The nature of obsessions and compulsions – Got Anxiety?
Mary B. Barmann, MFT
This is the second in a four-part series from the Barmanns about Obsessive-Compulsive Disorder. Click here to read part one. Look to SierraSun.com next week for part three.
Approximately 3 to 4 percent of the population is diagnosed with Obsessive-Compulsive Disorder. These individuals have great difficulty dismissing intrusive thoughts and images as being unimportant, resulting in the tendency to ruminate on these intrusions, worry excessively about their meaning, and spend a great deal of time attempting to control or resist them.
As a result, they find themselves engaging in repetitive behavioral or mental rituals, all of which serve the function of attempting to alleviate anxiety, and to prevent the occurrence of harm, associated with specific obsessions.
Below, is a brief overview concerning the nature of Obsessions and Compulsions.
Obsessions are unwanted, unacceptable intrusive and repetitive thoughts, images, or impulses that are associated with subjective resistance, are difficult to control, and generally produce a great deal of anxiety, even though the person having such obsessions may recognize their senselessness.
The content of obsessions generally revolves around themes concerning contamination, harm/aggression, horrific sexual acts, symmetry, precision, pathological doubt, and/or blasphemy — all of which are entirely at variance with one’s values and usual manner of behaving.
Note that obsessions are not limited to simply thoughts; they may also include sudden visual images or urges that are typically triggered by certain environmental situations or objects (e.g., seeing what is believed to be a contaminated object).
However, there are also times when obsessions seem to occur “out of the blue,” void of any specific identifiable “trigger.”
Due to the extensive variety of obsessional themes, the content of the obsessive thoughts is quite idiosyncratic in nature. Indeed, research suggests that there may be as many as 34,000 different forms of obsessions.
However, the 4 most common categories would include: doubting/harming, contamination, symmetry/exactness and scrupulosity.
Regardless of the theme, all forms of obsessions contain 4 defining features: (1) Intrusiveness: The thought, image, or impulse repeatedly enters consciousness in an unintended manner, against the persons will; (2) Unacceptability: The emotional response associated with the obsession typically results in feelings of anxiety, guilt, or disgust, due to the unacceptable content of the obsession; (3) Resistance: There is a strong urge to resist or prevent the obsession from entering consciousness either through avoidance of specific environmental cues and/or the performance of rituals; (4) Ego-Dystonic: The content of the obsession is entirely inconsistent with the manner in which one views him/herself.
Unlike obsessions, compulsions (better referred to as rituals) are repetitive, stereotypic overt behaviors or mental (covert) acts that are performed with the intent to “neutralize” or “undo” the particular thought, image or impulse.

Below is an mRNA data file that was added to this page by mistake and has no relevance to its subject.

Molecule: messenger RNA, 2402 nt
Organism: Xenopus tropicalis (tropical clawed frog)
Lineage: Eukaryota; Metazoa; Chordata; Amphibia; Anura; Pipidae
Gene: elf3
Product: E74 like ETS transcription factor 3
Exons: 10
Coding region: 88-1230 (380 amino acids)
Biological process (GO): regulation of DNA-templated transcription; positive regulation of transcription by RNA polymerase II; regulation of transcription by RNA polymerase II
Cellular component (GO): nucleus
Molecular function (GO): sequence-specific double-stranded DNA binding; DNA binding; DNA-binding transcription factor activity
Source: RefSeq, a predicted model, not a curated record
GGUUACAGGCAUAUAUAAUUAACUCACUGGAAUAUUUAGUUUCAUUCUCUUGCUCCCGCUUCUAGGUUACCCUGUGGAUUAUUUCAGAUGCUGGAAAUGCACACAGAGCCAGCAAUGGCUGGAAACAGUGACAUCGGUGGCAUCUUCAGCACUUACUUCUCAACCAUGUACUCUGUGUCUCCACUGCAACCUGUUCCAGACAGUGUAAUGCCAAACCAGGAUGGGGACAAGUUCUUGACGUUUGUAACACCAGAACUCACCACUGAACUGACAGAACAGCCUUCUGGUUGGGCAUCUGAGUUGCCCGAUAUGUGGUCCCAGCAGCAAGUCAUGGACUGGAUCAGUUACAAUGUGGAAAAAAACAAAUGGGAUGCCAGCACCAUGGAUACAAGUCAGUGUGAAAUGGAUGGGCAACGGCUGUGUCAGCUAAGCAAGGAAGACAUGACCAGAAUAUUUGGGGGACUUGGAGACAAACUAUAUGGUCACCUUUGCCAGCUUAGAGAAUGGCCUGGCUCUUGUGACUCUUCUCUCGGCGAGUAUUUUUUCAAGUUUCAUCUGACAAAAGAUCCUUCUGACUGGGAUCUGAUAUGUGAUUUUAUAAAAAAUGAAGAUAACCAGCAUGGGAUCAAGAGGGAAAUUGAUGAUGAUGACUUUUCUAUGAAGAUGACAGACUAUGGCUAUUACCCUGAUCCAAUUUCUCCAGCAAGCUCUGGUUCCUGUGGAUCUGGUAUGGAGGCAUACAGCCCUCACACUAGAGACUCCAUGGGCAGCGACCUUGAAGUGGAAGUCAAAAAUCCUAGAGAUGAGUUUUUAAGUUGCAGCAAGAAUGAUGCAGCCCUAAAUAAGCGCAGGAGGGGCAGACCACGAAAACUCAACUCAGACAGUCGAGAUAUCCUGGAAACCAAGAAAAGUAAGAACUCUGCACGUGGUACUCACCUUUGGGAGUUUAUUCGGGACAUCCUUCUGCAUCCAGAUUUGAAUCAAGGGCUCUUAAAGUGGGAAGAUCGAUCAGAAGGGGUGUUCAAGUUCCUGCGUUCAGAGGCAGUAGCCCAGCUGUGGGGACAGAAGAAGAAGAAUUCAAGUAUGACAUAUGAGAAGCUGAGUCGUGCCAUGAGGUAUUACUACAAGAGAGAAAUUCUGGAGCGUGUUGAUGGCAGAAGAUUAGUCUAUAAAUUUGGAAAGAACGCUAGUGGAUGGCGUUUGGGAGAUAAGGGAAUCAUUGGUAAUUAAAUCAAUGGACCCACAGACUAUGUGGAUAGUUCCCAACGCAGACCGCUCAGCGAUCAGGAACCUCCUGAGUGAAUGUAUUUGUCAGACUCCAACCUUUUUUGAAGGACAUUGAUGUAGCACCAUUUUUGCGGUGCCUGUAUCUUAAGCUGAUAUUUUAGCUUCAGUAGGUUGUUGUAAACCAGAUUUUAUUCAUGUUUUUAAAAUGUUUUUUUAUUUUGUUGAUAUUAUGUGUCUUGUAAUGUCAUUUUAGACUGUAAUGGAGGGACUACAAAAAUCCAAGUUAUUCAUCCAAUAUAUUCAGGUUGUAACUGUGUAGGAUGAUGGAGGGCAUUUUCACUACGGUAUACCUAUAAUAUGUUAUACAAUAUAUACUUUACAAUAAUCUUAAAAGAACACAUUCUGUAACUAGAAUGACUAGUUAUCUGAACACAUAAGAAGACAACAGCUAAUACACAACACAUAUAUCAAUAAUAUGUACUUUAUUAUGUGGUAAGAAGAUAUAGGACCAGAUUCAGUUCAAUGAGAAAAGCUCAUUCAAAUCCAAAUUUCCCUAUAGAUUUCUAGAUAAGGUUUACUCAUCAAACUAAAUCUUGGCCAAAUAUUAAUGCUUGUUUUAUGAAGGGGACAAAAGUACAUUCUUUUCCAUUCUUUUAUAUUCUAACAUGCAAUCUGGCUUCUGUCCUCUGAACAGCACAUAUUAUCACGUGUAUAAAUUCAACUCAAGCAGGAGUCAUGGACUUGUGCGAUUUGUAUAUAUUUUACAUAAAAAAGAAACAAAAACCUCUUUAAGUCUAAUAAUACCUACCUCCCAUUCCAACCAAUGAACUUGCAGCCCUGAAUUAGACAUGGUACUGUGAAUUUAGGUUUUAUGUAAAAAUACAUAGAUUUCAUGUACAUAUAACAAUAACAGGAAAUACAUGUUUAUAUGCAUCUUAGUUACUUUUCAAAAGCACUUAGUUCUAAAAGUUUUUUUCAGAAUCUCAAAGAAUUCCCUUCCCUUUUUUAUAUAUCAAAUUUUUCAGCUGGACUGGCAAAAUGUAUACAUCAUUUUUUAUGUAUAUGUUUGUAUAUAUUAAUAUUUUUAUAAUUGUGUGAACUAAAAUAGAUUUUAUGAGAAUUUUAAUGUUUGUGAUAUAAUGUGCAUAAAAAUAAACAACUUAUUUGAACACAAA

These rituals are accompanied by a very specific set of self-imposed rules, and are performed for the purpose of serving two primary functions:
Temporary relief of emotional distress triggered by the obsession.
Preventing harm from occurring to the person him/herself, a loved one, or a perfect stranger, due to a sense of over responsibility.
A ritual is typically accompanied by a diminished sense of voluntary control over the ritual itself. Subjective resistance is often present, but the person eventually gives in to the overpowering urge to perform the ritual.
Overt (behavioral) rituals such as washing, checking, repeating specific behaviors, ordering (e.g., rearranging objects to restore balance or symmetry), hoarding, and covert (mental) rituals such as repeating certain words or phrases, counting, visualizing particular colors, etc. are the most common forms seen across a variety of obsessional themes (aggression, symmetry, contamination, etc.).
Although mental rituals are quite common among the OCD population, they are oftentimes not reported by the individual.
It should also be noted that stated within the Diagnostic and Statistical Manual, 5th Ed., published by the American Psychiatric Association (2014), a diagnosis of OCD does not require the presence of both obsessions and compulsions, which is why the formal diagnosis of OCD includes the words AND/OR when referring to these symptoms.
However, current research indicates that obsessions and compulsions do in fact co-occur in the majority, if not all, cases of OCD.
The reported lack of specific rituals is usually the result of the individual’s unawareness of the ritual itself, when performed in a covet manner; as opposed to observable rituals of a behavioral nature (e.g., excessive hand-washing).
In addition, it is not unusual that oftentimes individuals have difficulty understanding the difference between compulsions related to OCD, and other types of disorders such as compulsive gambling, compulsive eating, compulsive shopping and compulsive sexual behaviors.
The distinctive features of compulsions, with respect to the diagnosis of Obsessive-Compulsive Disorder, as well as clinical examples of obsessions and their corresponding rituals, will be outlined in part 3 of this series.
Barry C. Barmann, Ph.D., is a Licensed Clinical Psychologist in Nevada and California. His wife, Mary B. Barmann, MFT, is a licensed Marriage and Family Therapist in California. Visit anxietytreatmentinclinevillage.com to learn more.
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